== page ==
Album review: STEVE HUNTER – Tone Poems Live

Steve Hunter - Tone Poems Live

CD Baby [Released 01.09.14]

‘Tone Poems Live’ pairs New York guitarist Steve Hunter (Alice Cooper/Lou Reed/Julian Lennon/Aerosmith) with top session players, bassist Tony Levin, drummer Alvino Bennett and keyboards Phil Aaberg in a in live studio setting that is also filmed for a DVD, and the result is a cutting edge album built on no more than two takes each.

Unlike so many detached all-star collaborations, each player here is an essential part of Hunter’s tonal vision. Co-producers Brian Brinkerhoff and Paul Lani have obviously done their pre planning as the live setting, and the combination of players and material works perfectly.

‘Tone Poems Live’ has a real sense of place, leaving Steve to shape the vibe accordingly. He’s happiest on introspective piece like the short but big impact ‘Glidepath’ and the funky ‘Rubberman’, on which he snakes in out of the whip crack rhythm track with his conversational playing style.

Hunter is the kind of feel player for whom a phrase can define a whole song. The quality of his tone is crucial and as a result he’s unhurried in his choice and execution of notes. This is heartfelt music in which no note is every wasted, no song ever overruns its course and each arrangement is wholly focused on the melodic context.

As a result the album feels like a coherent journey before it comes to rest on the gentle guitar and piano duet ‘Of All Times To Leave’.

He opens with a gentle undulating groove and intricately woven guitar lines of ‘The Idler’ and soon noodles his way into a funkier workout on ‘222 W. 23rd’, on a nicely restrained piece full of delicate tones, nuanced keyboards and  percussion.

Where his previous album ‘Manhattan Blues Project’ had a bluesy after hours feel, this album has a wider scope, as evidenced by the mix of blues, funk, jazz and fusion, all an essential part of his expressive guitar playing which mirrors the album title.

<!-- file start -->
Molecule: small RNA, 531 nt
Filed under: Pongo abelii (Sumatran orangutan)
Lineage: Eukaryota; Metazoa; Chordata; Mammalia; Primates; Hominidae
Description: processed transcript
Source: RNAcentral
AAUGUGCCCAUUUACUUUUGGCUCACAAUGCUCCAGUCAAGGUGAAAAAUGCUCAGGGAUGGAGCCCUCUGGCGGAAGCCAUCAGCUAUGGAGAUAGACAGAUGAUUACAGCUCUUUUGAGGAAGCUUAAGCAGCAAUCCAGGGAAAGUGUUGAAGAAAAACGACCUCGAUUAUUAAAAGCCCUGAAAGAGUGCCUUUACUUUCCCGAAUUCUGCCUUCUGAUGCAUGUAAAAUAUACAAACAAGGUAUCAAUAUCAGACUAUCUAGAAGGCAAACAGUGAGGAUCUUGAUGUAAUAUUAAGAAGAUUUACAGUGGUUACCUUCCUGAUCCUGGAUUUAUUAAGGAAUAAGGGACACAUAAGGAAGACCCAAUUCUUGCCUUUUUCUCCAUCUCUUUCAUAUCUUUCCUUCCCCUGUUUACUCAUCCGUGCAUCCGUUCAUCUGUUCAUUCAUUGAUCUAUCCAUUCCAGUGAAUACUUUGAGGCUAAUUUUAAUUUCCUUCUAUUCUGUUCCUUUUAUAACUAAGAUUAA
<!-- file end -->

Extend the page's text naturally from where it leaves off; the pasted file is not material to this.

The band’s interplay on ‘222 W. 23rd’ is telepathic as one player moves to the front and another holds back, Everything on this track is so understated you’re left anticipating a solo that never actually happens. There’s a lot to be said for the powers of suggestion.

‘Deep Blue’ has a plaintive feel and a weepy toned guitar while ‘Flying Hippo’ sounds as if it’s going to be fusion piece, but quickly develops into a bluesy shuffle. Steve initially contents himself with playing rhythm and then finally around the 90 second mark, builds a solo from the ground up on a track that finishes all too soon.

‘Riviera Paradise’ is an often overlooked Stevie Ray Vaughan piece that fits perfectly with the album sequence. He’s so concise that he even manages to trim the song by three minutes, without diluting the essential conversational piece between guitar and keyboard.

Steve reaches back to his days with Peter Gabriel for ‘Solsbury Hill’ on which his clipped notes and a percussive backing subtly maps out the melody. There’s a vague Latino feel to the reprise of his own ‘Swept Away’, over which his emotive notes are beautifully shadowed by pianist Phil Aaberg. It’s on moments like this that the quartet sounds as if it’s been together for years rather than a handful of rehearsals.

‘Freeway Rider’ is more of a late night blues and closer to Steve’s previous ‘Manhattan Blues Project’. The band leans into it as Steve adds some delicious whammy inflected notes on a song that subtly swings, before his angular notes head towards a slow descent into the outro.

Steve Hunter successfully uses emotive notes and subtle melodies instead of lyrics, with which to focus on the power of emotional expression. ‘Tone Poems Live’ is a gem of a record that confirms there’s still an essential role for a feel guitarist with something to say. ****

Review Pete Feenstra 


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